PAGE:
2018-2020 UF Thompson Earth Systems Institute Faculty Fellow
Assistant Professor of entomology
UF/IFAS College of Agriculture & Life Sciences
Every kid goes through a bug phase. Andrea Lucky, a faculty fellow with the University of Florida Thompson Earth Systems Institute, never grew out of hers.
Although Lucky has an appreciation for most insects, she has to admit there’s just something about ants that drove her to study them. Perhaps it’s their success globally. There are more than 20,000 different species of ants on the planet. Or their complex and organized societies. An ant colony is able to achieve far more than the individual workers are capable of. Or their strength. A single ant can carry up to 50 times its own body weight.
But to Lucky, one of the most special characteristics about ants is their accessibility.
“People always have ant stories,” Lucky said. “All you have to do to study them is look down. To me that’s one of the most exciting things —that kind of connection when I’m interacting with people. ”
For these reasons, Lucky, who is an assistant professor of insect systematics with the UF Institute for Food and Agricultural Sciences, decided to use ants as a basis for collaborating with public audiences to study how invasive species are changing Earth’s ecosystems.
“We know that ants have huge impacts on ecosystems,” Lucky said. “They are keystone species and predators. They also have very specialized relationships with plants and other organisms. What we don’t fully understand is the effect of exotic ants on Florida’s ecosystems.”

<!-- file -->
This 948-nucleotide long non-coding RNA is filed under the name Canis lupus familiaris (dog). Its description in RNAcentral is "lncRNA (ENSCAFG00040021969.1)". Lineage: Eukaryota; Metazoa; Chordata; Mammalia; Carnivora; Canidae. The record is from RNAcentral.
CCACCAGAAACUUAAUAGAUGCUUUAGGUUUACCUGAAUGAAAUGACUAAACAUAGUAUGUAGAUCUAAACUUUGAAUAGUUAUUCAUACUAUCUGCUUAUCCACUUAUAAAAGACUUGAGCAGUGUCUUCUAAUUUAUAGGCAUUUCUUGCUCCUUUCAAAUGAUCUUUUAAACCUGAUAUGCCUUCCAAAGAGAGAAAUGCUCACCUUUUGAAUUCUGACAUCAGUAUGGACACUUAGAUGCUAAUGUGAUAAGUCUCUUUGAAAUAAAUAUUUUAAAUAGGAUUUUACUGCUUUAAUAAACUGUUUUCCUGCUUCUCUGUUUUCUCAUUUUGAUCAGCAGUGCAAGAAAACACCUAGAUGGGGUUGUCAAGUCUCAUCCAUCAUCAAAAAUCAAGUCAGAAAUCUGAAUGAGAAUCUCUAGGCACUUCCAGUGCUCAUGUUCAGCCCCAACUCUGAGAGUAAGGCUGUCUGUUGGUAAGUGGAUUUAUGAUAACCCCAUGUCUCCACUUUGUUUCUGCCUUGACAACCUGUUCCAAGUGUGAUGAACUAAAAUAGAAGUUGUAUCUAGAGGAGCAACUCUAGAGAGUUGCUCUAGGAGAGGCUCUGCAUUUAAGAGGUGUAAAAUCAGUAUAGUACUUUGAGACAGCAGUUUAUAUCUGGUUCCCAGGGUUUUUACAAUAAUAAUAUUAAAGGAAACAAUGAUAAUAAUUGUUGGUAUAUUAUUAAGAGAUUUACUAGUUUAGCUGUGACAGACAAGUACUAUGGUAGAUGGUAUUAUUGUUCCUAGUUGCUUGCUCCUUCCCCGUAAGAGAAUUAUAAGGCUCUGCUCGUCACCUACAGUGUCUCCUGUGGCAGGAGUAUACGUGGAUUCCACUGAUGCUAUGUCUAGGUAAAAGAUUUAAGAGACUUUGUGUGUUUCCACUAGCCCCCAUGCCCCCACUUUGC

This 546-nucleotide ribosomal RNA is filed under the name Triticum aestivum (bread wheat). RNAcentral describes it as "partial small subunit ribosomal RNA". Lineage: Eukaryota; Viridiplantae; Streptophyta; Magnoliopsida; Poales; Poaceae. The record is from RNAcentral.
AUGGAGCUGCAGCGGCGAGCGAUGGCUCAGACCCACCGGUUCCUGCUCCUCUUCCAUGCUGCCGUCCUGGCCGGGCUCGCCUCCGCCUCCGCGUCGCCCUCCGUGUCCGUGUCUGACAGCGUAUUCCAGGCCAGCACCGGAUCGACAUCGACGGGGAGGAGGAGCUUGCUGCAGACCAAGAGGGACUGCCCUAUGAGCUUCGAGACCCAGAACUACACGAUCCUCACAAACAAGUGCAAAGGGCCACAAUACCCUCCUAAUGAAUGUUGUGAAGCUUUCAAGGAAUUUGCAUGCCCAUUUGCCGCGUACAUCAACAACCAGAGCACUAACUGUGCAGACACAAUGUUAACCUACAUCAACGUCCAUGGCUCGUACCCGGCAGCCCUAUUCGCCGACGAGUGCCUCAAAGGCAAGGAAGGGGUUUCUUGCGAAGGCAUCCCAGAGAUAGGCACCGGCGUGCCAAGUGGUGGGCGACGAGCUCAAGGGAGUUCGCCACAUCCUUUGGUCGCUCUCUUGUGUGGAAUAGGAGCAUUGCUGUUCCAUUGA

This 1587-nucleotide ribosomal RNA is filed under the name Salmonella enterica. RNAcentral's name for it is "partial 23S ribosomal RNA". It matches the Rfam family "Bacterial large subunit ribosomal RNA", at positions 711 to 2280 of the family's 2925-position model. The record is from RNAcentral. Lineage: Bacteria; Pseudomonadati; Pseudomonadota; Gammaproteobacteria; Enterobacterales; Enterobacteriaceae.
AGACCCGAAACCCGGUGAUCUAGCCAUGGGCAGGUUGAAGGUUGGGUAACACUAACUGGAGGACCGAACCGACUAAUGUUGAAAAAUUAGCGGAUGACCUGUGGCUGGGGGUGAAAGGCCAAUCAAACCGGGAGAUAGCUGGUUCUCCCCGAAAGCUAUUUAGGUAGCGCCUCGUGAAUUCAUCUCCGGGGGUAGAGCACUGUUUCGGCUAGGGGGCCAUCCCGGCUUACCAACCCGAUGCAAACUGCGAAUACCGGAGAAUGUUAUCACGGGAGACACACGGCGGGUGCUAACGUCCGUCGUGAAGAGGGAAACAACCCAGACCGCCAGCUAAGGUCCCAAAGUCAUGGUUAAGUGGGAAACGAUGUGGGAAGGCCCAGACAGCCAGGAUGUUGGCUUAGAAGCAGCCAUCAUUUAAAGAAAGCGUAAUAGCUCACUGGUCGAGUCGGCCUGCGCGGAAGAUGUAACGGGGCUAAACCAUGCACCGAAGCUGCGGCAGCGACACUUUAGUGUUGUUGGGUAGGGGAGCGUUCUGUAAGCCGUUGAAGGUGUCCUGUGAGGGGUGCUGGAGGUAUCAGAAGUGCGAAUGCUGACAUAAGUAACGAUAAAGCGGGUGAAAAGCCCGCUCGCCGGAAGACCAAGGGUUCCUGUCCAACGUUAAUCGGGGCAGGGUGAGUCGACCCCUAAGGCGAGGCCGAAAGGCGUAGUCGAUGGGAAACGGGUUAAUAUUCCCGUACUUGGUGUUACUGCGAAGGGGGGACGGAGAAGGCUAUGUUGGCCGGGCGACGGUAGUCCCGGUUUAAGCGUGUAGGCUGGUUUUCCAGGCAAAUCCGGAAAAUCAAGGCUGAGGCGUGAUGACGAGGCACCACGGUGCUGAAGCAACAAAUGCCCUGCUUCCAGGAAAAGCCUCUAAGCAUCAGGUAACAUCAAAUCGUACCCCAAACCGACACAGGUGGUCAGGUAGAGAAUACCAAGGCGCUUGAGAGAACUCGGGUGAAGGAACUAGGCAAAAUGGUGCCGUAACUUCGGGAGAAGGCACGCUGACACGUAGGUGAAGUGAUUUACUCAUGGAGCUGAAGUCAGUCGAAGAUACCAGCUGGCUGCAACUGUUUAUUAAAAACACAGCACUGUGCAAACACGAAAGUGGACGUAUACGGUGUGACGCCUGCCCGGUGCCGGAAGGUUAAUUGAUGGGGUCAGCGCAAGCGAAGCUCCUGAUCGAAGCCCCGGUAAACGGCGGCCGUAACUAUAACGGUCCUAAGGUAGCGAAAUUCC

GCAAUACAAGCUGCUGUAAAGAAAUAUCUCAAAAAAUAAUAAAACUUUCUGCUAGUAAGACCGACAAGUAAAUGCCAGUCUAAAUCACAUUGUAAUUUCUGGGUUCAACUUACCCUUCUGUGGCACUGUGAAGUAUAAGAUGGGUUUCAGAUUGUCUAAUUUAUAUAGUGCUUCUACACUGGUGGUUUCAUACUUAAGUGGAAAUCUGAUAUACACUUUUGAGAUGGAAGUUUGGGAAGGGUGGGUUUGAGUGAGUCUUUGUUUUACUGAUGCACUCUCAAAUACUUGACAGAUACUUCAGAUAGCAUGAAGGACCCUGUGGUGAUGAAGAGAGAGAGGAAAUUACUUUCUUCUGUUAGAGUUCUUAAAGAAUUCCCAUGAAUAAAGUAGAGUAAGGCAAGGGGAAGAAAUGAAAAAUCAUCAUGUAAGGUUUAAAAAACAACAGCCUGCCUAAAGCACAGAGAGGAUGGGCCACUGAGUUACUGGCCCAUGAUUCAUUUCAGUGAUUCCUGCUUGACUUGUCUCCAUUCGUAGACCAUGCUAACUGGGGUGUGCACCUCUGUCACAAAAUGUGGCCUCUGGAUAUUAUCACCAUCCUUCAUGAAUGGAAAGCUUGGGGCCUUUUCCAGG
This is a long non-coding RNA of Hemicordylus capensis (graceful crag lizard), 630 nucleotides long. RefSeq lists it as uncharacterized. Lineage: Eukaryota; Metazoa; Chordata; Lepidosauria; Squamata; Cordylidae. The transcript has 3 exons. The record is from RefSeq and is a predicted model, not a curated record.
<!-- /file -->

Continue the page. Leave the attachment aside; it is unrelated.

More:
For this reason, ants have the ability to signal small, but significant changes in our ecosystems.
In 2011, while Lucky was a postdoctoral researcher at North Carolina State University, she and her colleague Rob Dunn, a professor of applied ecology at NCSU, launched an online citizen science project, School of Ants.
The program calls upon curious citizen scientists around the nation to help her answer several questions.
Where are exotic species distributed?
How do introduced ant species change local ecosystems?
What happens to native ants as a result of habitat loss and invasive species?
To help collect data, program participants first create a collection kit made from household items. Using cookies as bait, they make note of how many ants come to feast. They record their data online and send their samples to Lucky’s lab for analysis.
Once the ants are identified, the data goes into an online interactive map so participants can see what ants have been found in their cities. So far, Lucky’s lab has received thousands of samples.
“The response has been huge. People have really loved participating,” Lucky said. “Participants start focusing on things they might not notice otherwise. Cool behaviors, these dynamics and different species. It really does get people to pay attention locally.”
Lucky’s main goal with the School of Ants project is to give people context into how invasive species have altered our local environments.
“If people collect 10 species of ant in their yard and seven of them are exotic species —that actually brings the message home pretty well,” she said.
Lucky said this project taught her important lessons about science communication.
“You don’t need to teach people things,” she said. “It’s better to show them context and then ask them to participate in ways that are meaningful to them.”
She hopes to bring this insight to help TESI launch similar projects that get people involved with Earth Systems science.
“A major goal of my work is to make science accessible and available to the general public, particularly to make the process of doing science accessible to non-scientists,” Lucky said. “I am excited to be collaborating with the TESI team to achieve this goal.”